With all these double standards flying around in regards to the global number one, Ray BLK makes it clear that “the same criticism [for women] should be given to the men as well in the industry. [In which case], all the men should be getting a hell of a lot of slack for the sort of content they put in their music.”
She continues: “I think most people genuinely need to re-look at everything they’ve read and understand feminism, again, because part of feminism is not policing other people’s feminism. It’s not about going to people and saying, This is what being a feminist is – you must be X/Y/Z,’ because that’s putting women into the box that we’re trying to break out of. So I’ve never understood people like that. The point is you should be allowed to be yourself and speak freely in any way.”
Speaking of girl power: BLK tells NME about a spontaneous writing session with her childhood hero, the multi-Platinum selling musical icon, Kelly Rowland. Last year BLK flew out to LA for three weeks with her go-to producer, who asked Ray if she wanted to write with her all-time fave. Unsurprisingly she agreed: “A session with Kelly? Like, first of all – duh What kind of question is that?.” The former Destiny’s Child star was working on new music and, said BLK’s producer, looking for someone to write with her. As BLK puts it: “So I’m like, ‘Of course – I’m there with bells on!”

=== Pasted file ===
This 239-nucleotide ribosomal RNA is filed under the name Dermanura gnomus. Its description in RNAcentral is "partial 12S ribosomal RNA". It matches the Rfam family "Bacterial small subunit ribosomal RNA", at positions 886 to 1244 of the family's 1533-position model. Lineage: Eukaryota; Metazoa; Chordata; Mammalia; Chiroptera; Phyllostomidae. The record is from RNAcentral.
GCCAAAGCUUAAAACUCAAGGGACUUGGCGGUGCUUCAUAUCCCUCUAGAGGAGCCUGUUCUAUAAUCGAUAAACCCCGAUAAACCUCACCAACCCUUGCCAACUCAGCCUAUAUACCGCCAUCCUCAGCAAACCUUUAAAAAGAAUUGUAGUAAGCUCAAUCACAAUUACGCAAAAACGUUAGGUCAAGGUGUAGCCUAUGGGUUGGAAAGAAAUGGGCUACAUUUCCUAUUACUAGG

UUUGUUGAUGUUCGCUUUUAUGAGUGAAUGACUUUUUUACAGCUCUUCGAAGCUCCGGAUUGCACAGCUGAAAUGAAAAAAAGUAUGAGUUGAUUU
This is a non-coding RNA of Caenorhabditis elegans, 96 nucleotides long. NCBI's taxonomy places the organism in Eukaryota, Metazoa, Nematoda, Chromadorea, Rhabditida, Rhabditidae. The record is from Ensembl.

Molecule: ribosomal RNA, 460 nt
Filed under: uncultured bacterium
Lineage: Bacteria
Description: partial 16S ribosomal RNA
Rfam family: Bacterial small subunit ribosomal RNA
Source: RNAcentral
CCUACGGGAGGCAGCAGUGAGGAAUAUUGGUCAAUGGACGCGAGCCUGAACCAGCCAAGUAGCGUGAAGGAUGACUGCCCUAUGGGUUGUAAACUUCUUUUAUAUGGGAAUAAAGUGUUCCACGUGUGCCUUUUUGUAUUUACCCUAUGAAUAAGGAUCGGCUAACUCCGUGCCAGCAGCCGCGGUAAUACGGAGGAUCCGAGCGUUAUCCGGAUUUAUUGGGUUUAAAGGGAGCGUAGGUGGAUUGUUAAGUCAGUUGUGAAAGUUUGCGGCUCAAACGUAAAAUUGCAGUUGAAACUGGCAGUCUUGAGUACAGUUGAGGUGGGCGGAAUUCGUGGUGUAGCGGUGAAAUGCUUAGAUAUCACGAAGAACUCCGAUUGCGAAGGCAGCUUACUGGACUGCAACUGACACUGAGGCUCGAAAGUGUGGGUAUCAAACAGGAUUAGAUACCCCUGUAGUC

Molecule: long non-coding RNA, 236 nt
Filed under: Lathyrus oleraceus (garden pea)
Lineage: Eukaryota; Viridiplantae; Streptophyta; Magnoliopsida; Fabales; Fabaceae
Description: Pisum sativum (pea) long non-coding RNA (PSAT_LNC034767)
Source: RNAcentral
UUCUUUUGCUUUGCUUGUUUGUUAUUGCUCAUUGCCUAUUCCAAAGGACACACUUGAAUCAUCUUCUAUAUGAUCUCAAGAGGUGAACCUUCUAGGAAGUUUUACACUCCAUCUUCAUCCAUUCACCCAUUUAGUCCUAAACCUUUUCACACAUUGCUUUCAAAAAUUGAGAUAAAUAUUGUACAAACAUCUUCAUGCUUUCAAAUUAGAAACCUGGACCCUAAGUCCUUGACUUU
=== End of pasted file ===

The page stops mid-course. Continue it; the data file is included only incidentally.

“Kelly Rowland and I wrote a really lovely song together”
She tells NME all about the vertiginous encounter: “The next day we pull up to the studio. I walked in and Kelly – sorry – Ms. Rowland was sitting there just looking like an angel. Her skin is so smooth; I don’t think I’ve seen skin that smooth before. She looked angelic. At one point, she was like, ‘Is anyone hungry? I’m gonna order some food’ and she gets sushi. She’s dishing up the food onto a plate and she sits next to me and hands me chopsticks to eat with her, and I’m like, ‘I’m eating from the same plate as Kelly Rowland!’ This is absolutely mental.”
Overwhelmed, Ray says she had “a moment in [my] head” and packed up, ready to run out of the session: “I was trying to just escape quietly, and then her manager came out like, ‘Girl, I heard you’re trying to leave? Kelly loves what you’re doing – you can’t leave.’ So I came back and she’s like, ‘Girl, how you trying to leave me?’ She was just so amazing and so sweet and made me feel really comfortable. And we wrote a really lovely song together.” We’ll just have to wait and see if that collaboration winds up on Ray BLK’s debut album.
And with that collaboration ticked off the bucket list, what’s next for the budding superstar? “I mean, a debut album, my first album for sure,” BLK replies. “Maybe I’ll have some children at some point. But really, I’m just focused on the album. [It sounds] like afro-trap and R&B, merging the hip hop that I love with the R&B that I love.”
We’ll have to wait until next year to hear it, but having pivoted from glossy R&B to a fiercer sound, Ray BLK is the UK’s good girl gone bad.